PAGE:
Hargrove Is Orioles New Mgr.


Mike Hargrove, who cried three weeks ago when he was fired as manager of the Cleveland Indians, wore a giddy smile and a Baltimore Orioles jacket on the first day of his new job.

Hargrove signed a three-year contract Wednesday to manage the Orioles. He carried the most impressive credentials of the nine candidates interviewed for the job five straight AL Central titles, 721 career winds and two trips to the World Series.

He was fired on Oct. 15 after Cleveland blew a 2-0 lead in its best-of-5 division playoff against Boston.

The 50-year-old Hargrove had one year left on his contract and stood to receive $600,000 from the Indians in severance pay. But he was seriously interested in the Orioles' job, and his effort was rewarded when owner Peter Angelos selected him as the team's third manager in five seasons.

"I told Mr. Angelos I don't need this job, I want this job," Hargrove said at a news conference, wearing a black and orange Orioles' jacket that looked a bit strange, given that he worn the Indians' blue and red for nearly nine years.

Hargrove inherits a team that carries one of the highest payrolls in baseball yet suffered through two straight losing seasons under Ray Miller, who was fired Oct. 6.

"I wanted the challenge. I think there are good things in store for the Orioles sooner than later, and that's a nice feeling," said Hargrove, who went 721-591 with Cleveland and twice led the Indians to the World Series.

The Indians hadn't been to the World Series in 41 years before Hargrove took them there in 1995, and his 721 wins ranks second on the team's career list. But the Indians cut him loose after Cleveland once again fell short of its goal of winning the world championship.

"I'm a big boy. I can accept that, and I'll move on," he said. "I'd be lying if I said I wasn't hurt by what happened in Cleveland, but I found that when the good Lord closes one door, he opens another one somewhere."

Fortunately for Hargrove, the Orioles' job was there for the taking.

"It's good to be back in the big leagues though I was only gone for a couple of weeks and it's good to be back as a Baltimore Oriole," he said. "I never thought I'd be wearing the orange and black of the Baltimore Orioles, but it's a thought that gives me a lot of pleasure and a lot of excitement. I'm looking forward to making a difference."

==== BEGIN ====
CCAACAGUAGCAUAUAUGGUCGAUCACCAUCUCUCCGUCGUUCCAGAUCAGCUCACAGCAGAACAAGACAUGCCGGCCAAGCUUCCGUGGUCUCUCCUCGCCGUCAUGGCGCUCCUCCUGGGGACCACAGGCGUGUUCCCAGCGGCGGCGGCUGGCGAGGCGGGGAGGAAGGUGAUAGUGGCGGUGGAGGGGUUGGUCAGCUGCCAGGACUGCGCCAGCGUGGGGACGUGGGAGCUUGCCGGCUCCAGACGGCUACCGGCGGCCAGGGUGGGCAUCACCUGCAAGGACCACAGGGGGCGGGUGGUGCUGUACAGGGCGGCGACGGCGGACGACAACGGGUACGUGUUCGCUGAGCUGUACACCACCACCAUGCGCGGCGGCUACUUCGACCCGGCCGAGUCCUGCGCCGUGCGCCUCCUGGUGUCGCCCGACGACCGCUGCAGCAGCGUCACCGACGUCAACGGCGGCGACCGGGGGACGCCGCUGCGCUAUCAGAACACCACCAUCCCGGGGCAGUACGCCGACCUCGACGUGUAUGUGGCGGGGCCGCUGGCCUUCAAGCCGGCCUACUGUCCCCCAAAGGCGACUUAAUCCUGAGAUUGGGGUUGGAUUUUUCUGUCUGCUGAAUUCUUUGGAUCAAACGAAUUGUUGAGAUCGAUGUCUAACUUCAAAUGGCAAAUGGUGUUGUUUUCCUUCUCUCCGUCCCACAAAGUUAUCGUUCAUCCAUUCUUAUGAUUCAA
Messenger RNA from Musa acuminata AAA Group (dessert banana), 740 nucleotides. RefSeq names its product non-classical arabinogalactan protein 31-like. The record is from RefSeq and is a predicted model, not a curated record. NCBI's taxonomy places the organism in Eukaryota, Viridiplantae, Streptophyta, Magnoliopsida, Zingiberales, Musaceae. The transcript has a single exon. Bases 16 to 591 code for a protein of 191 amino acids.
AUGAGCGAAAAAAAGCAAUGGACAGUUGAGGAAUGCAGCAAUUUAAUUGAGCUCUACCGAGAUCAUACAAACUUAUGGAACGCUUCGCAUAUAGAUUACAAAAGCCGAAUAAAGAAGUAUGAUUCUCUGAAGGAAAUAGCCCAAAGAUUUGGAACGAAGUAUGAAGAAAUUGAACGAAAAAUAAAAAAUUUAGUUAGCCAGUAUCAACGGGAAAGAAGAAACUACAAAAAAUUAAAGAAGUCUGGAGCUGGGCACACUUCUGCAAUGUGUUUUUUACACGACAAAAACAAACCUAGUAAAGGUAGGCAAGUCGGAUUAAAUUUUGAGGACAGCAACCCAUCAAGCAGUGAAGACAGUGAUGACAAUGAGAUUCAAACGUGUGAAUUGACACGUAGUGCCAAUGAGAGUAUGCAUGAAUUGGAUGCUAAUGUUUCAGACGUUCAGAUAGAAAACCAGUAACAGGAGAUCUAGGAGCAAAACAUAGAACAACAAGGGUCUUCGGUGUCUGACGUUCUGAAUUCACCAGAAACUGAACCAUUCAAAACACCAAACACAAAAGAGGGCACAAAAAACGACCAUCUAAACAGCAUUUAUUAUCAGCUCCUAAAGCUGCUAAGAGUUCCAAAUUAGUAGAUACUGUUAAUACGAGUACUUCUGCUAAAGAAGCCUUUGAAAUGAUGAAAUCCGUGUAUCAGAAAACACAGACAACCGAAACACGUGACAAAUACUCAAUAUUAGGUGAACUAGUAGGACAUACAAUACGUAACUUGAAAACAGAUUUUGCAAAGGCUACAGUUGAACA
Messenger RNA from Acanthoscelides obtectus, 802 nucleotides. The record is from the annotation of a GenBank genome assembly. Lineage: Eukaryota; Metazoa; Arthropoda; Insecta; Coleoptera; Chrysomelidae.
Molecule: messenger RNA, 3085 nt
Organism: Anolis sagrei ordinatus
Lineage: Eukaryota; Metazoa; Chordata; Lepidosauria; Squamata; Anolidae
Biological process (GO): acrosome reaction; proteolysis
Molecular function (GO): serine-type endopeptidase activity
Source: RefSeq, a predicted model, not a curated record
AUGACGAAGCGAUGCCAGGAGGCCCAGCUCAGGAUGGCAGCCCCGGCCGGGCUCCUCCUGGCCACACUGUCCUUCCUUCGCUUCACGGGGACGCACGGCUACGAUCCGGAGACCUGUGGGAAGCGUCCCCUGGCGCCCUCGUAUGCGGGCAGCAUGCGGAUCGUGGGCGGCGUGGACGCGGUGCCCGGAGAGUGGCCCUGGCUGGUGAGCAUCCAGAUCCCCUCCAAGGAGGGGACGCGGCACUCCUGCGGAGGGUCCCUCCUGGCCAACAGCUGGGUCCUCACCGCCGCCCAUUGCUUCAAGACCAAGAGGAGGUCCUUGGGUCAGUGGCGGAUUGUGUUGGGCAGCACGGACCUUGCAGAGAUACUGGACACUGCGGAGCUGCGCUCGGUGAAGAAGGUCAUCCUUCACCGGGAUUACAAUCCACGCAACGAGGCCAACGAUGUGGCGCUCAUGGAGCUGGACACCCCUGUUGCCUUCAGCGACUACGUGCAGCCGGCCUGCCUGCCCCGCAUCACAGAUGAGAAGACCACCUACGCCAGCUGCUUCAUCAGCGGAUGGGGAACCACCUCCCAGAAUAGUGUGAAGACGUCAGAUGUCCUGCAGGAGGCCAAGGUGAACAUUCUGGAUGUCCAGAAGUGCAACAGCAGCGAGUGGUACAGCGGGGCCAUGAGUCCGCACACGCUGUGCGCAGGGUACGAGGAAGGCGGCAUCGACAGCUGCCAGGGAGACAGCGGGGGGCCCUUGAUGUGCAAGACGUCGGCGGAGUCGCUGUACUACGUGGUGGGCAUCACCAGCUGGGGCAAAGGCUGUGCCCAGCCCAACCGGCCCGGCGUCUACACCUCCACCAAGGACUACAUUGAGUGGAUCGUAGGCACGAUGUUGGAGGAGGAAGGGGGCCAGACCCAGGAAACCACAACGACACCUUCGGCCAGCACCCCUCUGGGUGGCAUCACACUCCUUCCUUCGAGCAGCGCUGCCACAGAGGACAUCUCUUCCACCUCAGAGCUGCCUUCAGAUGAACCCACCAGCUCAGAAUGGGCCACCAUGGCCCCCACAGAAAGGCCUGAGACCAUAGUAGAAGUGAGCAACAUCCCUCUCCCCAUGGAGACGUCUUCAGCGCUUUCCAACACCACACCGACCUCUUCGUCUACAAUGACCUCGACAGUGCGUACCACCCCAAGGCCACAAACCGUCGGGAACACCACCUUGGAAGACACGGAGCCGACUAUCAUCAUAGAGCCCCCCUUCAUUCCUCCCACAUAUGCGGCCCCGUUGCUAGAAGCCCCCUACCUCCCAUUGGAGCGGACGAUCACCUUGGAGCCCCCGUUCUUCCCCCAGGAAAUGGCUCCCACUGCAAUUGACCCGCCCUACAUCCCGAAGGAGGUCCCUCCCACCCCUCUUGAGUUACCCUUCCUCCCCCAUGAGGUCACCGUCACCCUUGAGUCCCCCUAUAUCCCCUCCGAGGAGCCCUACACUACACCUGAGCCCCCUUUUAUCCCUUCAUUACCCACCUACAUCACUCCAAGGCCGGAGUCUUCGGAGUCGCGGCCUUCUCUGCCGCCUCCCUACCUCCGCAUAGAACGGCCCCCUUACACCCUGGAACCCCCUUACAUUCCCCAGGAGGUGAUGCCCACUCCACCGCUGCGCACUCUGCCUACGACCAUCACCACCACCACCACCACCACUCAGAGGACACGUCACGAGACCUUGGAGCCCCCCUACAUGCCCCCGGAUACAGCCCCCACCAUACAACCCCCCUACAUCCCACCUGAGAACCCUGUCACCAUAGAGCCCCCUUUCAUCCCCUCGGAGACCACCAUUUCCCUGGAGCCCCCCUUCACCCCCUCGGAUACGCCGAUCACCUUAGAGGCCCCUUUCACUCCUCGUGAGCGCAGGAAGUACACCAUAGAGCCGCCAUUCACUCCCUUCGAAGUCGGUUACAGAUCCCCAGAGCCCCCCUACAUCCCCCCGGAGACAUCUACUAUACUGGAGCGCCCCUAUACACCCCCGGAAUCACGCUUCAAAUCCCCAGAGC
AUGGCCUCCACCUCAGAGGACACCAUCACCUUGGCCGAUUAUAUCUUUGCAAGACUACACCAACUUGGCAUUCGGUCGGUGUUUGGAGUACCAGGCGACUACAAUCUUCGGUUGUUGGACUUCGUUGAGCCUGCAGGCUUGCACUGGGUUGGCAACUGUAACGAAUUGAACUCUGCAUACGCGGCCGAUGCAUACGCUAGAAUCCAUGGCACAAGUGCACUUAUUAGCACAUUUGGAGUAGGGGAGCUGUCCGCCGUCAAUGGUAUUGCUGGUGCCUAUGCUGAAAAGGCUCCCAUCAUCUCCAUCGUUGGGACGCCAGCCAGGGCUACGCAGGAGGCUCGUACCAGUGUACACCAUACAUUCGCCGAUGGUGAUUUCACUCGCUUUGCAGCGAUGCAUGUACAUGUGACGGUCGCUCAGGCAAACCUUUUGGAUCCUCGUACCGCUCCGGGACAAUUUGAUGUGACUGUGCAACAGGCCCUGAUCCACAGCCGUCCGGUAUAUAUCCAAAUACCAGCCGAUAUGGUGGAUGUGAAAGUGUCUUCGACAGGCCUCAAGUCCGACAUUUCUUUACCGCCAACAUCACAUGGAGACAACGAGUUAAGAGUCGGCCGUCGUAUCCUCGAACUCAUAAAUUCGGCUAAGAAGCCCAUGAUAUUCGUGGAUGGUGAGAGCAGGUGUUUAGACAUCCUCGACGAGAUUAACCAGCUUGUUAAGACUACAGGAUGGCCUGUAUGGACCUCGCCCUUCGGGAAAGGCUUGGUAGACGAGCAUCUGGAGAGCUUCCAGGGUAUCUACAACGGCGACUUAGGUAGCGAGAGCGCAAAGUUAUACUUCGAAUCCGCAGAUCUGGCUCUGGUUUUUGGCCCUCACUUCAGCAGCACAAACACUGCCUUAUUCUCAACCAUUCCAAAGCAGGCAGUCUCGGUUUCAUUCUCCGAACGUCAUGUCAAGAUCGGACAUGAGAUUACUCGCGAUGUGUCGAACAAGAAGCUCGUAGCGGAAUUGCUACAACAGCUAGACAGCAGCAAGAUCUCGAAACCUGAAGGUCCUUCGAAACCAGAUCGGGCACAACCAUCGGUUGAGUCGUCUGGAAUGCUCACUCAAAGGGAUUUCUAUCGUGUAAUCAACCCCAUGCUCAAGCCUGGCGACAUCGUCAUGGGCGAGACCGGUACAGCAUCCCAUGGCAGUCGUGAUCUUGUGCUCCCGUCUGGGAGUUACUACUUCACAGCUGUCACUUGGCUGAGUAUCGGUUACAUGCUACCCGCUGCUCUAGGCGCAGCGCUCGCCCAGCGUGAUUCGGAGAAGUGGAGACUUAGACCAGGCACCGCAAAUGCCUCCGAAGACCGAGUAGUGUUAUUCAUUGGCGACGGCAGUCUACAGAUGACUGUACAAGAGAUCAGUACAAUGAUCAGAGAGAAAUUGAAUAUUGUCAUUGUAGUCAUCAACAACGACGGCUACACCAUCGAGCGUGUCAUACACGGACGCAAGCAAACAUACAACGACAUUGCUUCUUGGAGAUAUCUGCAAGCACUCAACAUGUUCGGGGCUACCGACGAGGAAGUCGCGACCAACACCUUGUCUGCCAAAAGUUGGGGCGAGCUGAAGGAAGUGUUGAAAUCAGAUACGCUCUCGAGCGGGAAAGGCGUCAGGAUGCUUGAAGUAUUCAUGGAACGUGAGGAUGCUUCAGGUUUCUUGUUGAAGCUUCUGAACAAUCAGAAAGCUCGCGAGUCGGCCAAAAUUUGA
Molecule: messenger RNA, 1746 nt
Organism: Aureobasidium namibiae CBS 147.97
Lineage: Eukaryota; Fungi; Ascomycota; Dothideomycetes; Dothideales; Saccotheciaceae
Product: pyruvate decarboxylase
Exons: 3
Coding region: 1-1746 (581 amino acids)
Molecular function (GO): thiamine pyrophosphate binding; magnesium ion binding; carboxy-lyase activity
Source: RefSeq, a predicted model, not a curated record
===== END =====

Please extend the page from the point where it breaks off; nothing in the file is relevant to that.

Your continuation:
Hargrove beat out Orioles' third-base coach Sam Perlozzo and Boston bench coach Grady Little for the job. Orioles executive vice president John Angelos, a member of the search committee that conducted the preliminary interviews, said Hargrove was simply the best man for the post.

John Angelos said. "He really stands out as the best choice for the job."

Under Hargrove, the Indians advanced to the AL championship series in three of the last five years. His 689-538 record over the past eight seasons is best among AL managers, but his 27-25 record in the postseason was evidently cause for concern in Cleveland.

The Orioles, who haven't been to the World Series since 1983 and have been the postseason only twice since then, would love to see Hargrove enjoy similar success in orange and black.

"I don't know very much about him as a person, but I know he has a good track record as a manager," catcher Charles Johnson said. "He's led his teams to the playoffs and the World Series, so I know he's a good manager."

Hargrove plans to leave Thursday on a family vacation. When he returns, he will begin the process of shaping the Orioles into a team that can compete with two-time defending champion New York Yankees and Red Sox in the AL East.

Tough work, yes, but preferable to lounging around the house for a year.

"Anyone who is worth their salt wants to compete and see who's best. To be able to have a chance to win, you've got to have talent," he said. "I looked at the job opportunities, and I thought this one in Baltimore was by far the most attractive. I was very, very happy when they contacted me, because the interest on my part was also great."

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